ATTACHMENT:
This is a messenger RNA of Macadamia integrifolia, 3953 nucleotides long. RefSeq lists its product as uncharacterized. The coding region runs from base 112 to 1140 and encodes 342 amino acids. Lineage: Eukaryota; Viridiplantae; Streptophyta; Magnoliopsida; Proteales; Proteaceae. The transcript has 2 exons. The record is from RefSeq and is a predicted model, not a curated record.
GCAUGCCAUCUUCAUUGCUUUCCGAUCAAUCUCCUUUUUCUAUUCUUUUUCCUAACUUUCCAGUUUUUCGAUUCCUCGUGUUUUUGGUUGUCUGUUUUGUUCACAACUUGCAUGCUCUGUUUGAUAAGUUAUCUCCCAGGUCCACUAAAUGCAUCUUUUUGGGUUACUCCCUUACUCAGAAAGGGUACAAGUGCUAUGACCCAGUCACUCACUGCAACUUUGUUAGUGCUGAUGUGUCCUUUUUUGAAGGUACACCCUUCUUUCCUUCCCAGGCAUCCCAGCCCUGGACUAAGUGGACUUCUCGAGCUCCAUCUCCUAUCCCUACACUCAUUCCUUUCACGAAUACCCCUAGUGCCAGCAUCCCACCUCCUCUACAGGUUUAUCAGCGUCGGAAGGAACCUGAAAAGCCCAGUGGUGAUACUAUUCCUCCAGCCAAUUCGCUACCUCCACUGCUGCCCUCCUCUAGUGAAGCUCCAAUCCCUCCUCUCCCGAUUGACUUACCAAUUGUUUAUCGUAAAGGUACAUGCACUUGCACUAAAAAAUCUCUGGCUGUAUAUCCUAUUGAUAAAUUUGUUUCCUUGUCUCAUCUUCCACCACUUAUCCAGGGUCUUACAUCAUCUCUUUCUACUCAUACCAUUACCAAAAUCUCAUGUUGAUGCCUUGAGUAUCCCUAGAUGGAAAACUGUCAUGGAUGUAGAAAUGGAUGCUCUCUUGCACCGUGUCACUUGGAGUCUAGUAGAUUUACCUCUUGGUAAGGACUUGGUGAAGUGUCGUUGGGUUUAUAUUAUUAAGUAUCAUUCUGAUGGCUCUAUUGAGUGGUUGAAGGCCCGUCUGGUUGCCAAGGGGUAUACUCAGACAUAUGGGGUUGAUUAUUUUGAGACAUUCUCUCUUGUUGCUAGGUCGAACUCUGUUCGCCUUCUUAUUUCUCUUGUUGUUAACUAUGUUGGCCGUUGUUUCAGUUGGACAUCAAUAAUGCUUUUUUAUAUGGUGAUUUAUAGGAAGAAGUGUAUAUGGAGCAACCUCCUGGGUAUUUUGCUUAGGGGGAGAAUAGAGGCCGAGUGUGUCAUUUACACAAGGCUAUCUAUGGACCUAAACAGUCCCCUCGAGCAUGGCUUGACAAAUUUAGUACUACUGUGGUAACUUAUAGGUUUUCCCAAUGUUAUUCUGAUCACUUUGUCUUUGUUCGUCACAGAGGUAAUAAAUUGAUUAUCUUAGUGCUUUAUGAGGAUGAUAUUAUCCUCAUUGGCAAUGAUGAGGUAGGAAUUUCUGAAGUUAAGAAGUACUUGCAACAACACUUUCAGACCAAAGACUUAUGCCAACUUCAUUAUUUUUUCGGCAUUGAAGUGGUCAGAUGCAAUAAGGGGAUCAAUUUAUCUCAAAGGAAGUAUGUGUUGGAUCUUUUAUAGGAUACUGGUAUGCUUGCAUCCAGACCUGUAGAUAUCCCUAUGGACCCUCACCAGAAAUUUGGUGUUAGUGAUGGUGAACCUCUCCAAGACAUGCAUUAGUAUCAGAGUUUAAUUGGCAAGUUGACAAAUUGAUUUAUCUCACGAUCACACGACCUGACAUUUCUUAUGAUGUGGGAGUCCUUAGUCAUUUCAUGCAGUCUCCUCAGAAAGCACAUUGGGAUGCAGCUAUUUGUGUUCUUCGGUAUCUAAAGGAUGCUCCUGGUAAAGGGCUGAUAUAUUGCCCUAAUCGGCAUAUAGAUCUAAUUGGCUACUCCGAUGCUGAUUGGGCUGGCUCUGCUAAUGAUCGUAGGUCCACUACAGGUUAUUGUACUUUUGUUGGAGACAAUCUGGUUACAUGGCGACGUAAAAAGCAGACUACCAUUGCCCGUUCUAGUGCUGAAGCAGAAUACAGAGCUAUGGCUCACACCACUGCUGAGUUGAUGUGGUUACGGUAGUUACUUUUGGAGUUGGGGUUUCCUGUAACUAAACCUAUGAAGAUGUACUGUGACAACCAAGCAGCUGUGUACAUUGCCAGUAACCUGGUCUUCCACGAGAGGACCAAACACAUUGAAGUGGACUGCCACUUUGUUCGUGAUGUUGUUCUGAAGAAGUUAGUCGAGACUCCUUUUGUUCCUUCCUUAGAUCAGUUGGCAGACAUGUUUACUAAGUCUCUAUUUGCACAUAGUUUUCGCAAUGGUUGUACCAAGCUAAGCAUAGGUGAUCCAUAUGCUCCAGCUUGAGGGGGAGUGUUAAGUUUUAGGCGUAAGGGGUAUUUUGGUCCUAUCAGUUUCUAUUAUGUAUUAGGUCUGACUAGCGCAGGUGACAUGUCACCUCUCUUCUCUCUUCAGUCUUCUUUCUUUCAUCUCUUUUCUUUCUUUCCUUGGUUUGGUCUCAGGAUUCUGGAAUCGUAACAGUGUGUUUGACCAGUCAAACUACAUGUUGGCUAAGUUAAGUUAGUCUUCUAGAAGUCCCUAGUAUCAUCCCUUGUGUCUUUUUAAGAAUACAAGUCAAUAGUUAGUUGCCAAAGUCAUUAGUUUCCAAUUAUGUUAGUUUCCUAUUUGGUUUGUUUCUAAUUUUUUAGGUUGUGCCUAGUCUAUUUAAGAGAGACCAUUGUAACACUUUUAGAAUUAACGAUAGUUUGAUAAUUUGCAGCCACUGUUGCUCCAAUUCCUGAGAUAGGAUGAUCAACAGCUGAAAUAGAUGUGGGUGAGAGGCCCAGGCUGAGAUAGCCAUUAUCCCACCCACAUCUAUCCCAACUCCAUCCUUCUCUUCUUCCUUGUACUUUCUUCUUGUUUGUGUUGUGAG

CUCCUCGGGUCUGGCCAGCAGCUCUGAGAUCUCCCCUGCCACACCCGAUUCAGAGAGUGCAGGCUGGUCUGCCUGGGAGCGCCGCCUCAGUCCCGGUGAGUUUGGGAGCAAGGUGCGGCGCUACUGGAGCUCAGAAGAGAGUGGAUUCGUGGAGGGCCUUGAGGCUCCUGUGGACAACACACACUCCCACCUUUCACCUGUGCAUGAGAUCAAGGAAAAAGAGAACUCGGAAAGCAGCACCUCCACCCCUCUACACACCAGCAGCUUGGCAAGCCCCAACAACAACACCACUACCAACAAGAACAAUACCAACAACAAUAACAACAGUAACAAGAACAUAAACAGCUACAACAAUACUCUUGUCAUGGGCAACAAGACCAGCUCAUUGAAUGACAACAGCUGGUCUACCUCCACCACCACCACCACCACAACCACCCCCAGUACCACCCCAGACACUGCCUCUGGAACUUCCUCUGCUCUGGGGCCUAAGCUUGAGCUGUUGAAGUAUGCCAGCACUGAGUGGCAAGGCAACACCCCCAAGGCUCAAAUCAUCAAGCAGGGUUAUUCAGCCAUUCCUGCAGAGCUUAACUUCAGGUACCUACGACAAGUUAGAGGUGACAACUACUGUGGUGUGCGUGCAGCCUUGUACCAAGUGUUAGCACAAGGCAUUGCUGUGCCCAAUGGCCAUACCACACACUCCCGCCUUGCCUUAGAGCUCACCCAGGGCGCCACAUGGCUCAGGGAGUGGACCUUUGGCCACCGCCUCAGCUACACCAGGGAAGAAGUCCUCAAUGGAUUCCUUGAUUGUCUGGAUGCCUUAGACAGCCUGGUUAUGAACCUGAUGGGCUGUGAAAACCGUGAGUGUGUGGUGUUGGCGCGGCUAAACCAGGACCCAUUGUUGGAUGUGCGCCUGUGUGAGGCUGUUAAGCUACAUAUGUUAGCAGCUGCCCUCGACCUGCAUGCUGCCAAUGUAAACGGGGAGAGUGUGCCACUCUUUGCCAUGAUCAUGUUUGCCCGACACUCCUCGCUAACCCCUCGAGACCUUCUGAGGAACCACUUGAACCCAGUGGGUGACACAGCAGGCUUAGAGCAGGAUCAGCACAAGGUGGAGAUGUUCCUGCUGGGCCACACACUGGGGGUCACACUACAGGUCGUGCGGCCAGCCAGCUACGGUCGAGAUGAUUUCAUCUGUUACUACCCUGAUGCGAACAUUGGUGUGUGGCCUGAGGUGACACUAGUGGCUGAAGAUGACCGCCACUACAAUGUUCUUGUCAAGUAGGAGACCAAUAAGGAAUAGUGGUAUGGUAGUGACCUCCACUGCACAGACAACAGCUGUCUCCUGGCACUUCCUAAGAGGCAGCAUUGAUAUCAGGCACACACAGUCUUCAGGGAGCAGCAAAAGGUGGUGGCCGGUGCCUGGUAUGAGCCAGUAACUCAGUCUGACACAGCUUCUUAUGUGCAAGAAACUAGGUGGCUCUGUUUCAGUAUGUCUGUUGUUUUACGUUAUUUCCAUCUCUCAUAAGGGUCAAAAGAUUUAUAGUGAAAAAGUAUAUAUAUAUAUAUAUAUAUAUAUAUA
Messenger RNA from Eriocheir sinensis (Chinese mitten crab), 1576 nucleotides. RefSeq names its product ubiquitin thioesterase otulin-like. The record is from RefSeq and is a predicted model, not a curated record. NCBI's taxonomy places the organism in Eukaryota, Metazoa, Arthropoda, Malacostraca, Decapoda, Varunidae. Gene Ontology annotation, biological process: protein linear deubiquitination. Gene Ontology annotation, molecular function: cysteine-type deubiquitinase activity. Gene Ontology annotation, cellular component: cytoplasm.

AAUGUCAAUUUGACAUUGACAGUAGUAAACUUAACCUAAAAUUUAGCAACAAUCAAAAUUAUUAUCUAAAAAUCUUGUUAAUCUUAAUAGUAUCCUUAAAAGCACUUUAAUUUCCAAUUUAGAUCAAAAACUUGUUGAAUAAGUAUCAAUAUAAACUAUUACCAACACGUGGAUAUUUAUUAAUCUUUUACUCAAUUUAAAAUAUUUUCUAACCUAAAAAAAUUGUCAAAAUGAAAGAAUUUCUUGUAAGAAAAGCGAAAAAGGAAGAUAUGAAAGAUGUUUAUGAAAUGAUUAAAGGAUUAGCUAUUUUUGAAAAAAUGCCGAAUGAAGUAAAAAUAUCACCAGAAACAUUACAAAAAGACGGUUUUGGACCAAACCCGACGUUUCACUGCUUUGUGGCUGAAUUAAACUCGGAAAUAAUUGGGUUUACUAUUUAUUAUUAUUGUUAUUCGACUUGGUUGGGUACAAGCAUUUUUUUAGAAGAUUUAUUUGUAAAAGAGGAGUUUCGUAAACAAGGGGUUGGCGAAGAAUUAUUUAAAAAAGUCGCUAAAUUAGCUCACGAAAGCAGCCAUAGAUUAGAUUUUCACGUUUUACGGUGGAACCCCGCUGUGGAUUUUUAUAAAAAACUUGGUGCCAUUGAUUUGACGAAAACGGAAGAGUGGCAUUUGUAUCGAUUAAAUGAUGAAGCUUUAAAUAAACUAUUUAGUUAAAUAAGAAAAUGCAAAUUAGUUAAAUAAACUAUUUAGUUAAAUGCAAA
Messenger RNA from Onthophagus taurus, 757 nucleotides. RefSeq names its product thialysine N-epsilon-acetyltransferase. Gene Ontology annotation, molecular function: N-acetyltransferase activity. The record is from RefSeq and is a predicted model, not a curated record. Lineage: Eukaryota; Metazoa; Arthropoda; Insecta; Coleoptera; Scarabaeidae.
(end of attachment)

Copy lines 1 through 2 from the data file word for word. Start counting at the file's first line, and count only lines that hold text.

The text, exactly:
This is a messenger RNA of Macadamia integrifolia, 3953 nucleotides long. RefSeq lists its product as uncharacterized. The coding region runs from base 112 to 1140 and encodes 342 amino acids. Lineage: Eukaryota; Viridiplantae; Streptophyta; Magnoliopsida; Proteales; Proteaceae. The transcript has 2 exons. The record is from RefSeq and is a predicted model, not a curated record.
GCAUGCCAUCUUCAUUGCUUUCCGAUCAAUCUCCUUUUUCUAUUCUUUUUCCUAACUUUCCAGUUUUUCGAUUCCUCGUGUUUUUGGUUGUCUGUUUUGUUCACAACUUGCAUGCUCUGUUUGAUAAGUUAUCUCCCAGGUCCACUAAAUGCAUCUUUUUGGGUUACUCCCUUACUCAGAAAGGGUACAAGUGCUAUGACCCAGUCACUCACUGCAACUUUGUUAGUGCUGAUGUGUCCUUUUUUGAAGGUACACCCUUCUUUCCUUCCCAGGCAUCCCAGCCCUGGACUAAGUGGACUUCUCGAGCUCCAUCUCCUAUCCCUACACUCAUUCCUUUCACGAAUACCCCUAGUGCCAGCAUCCCACCUCCUCUACAGGUUUAUCAGCGUCGGAAGGAACCUGAAAAGCCCAGUGGUGAUACUAUUCCUCCAGCCAAUUCGCUACCUCCACUGCUGCCCUCCUCUAGUGAAGCUCCAAUCCCUCCUCUCCCGAUUGACUUACCAAUUGUUUAUCGUAAAGGUACAUGCACUUGCACUAAAAAAUCUCUGGCUGUAUAUCCUAUUGAUAAAUUUGUUUCCUUGUCUCAUCUUCCACCACUUAUCCAGGGUCUUACAUCAUCUCUUUCUACUCAUACCAUUACCAAAAUCUCAUGUUGAUGCCUUGAGUAUCCCUAGAUGGAAAACUGUCAUGGAUGUAGAAAUGGAUGCUCUCUUGCACCGUGUCACUUGGAGUCUAGUAGAUUUACCUCUUGGUAAGGACUUGGUGAAGUGUCGUUGGGUUUAUAUUAUUAAGUAUCAUUCUGAUGGCUCUAUUGAGUGGUUGAAGGCCCGUCUGGUUGCCAAGGGGUAUACUCAGACAUAUGGGGUUGAUUAUUUUGAGACAUUCUCUCUUGUUGCUAGGUCGAACUCUGUUCGCCUUCUUAUUUCUCUUGUUGUUAACUAUGUUGGCCGUUGUUUCAGUUGGACAUCAAUAAUGCUUUUUUAUAUGGUGAUUUAUAGGAAGAAGUGUAUAUGGAGCAACCUCCUGGGUAUUUUGCUUAGGGGGAGAAUAGAGGCCGAGUGUGUCAUUUACACAAGGCUAUCUAUGGACCUAAACAGUCCCCUCGAGCAUGGCUUGACAAAUUUAGUACUACUGUGGUAACUUAUAGGUUUUCCCAAUGUUAUUCUGAUCACUUUGUCUUUGUUCGUCACAGAGGUAAUAAAUUGAUUAUCUUAGUGCUUUAUGAGGAUGAUAUUAUCCUCAUUGGCAAUGAUGAGGUAGGAAUUUCUGAAGUUAAGAAGUACUUGCAACAACACUUUCAGACCAAAGACUUAUGCCAACUUCAUUAUUUUUUCGGCAUUGAAGUGGUCAGAUGCAAUAAGGGGAUCAAUUUAUCUCAAAGGAAGUAUGUGUUGGAUCUUUUAUAGGAUACUGGUAUGCUUGCAUCCAGACCUGUAGAUAUCCCUAUGGACCCUCACCAGAAAUUUGGUGUUAGUGAUGGUGAACCUCUCCAAGACAUGCAUUAGUAUCAGAGUUUAAUUGGCAAGUUGACAAAUUGAUUUAUCUCACGAUCACACGACCUGACAUUUCUUAUGAUGUGGGAGUCCUUAGUCAUUUCAUGCAGUCUCCUCAGAAAGCACAUUGGGAUGCAGCUAUUUGUGUUCUUCGGUAUCUAAAGGAUGCUCCUGGUAAAGGGCUGAUAUAUUGCCCUAAUCGGCAUAUAGAUCUAAUUGGCUACUCCGAUGCUGAUUGGGCUGGCUCUGCUAAUGAUCGUAGGUCCACUACAGGUUAUUGUACUUUUGUUGGAGACAAUCUGGUUACAUGGCGACGUAAAAAGCAGACUACCAUUGCCCGUUCUAGUGCUGAAGCAGAAUACAGAGCUAUGGCUCACACCACUGCUGAGUUGAUGUGGUUACGGUAGUUACUUUUGGAGUUGGGGUUUCCUGUAACUAAACCUAUGAAGAUGUACUGUGACAACCAAGCAGCUGUGUACAUUGCCAGUAACCUGGUCUUCCACGAGAGGACCAAACACAUUGAAGUGGACUGCCACUUUGUUCGUGAUGUUGUUCUGAAGAAGUUAGUCGAGACUCCUUUUGUUCCUUCCUUAGAUCAGUUGGCAGACAUGUUUACUAAGUCUCUAUUUGCACAUAGUUUUCGCAAUGGUUGUACCAAGCUAAGCAUAGGUGAUCCAUAUGCUCCAGCUUGAGGGGGAGUGUUAAGUUUUAGGCGUAAGGGGUAUUUUGGUCCUAUCAGUUUCUAUUAUGUAUUAGGUCUGACUAGCGCAGGUGACAUGUCACCUCUCUUCUCUCUUCAGUCUUCUUUCUUUCAUCUCUUUUCUUUCUUUCCUUGGUUUGGUCUCAGGAUUCUGGAAUCGUAACAGUGUGUUUGACCAGUCAAACUACAUGUUGGCUAAGUUAAGUUAGUCUUCUAGAAGUCCCUAGUAUCAUCCCUUGUGUCUUUUUAAGAAUACAAGUCAAUAGUUAGUUGCCAAAGUCAUUAGUUUCCAAUUAUGUUAGUUUCCUAUUUGGUUUGUUUCUAAUUUUUUAGGUUGUGCCUAGUCUAUUUAAGAGAGACCAUUGUAACACUUUUAGAAUUAACGAUAGUUUGAUAAUUUGCAGCCACUGUUGCUCCAAUUCCUGAGAUAGGAUGAUCAACAGCUGAAAUAGAUGUGGGUGAGAGGCCCAGGCUGAGAUAGCCAUUAUCCCACCCACAUCUAUCCCAACUCCAUCCUUCUCUUCUUCCUUGUACUUUCUUCUUGUUUGUGUUGUGAG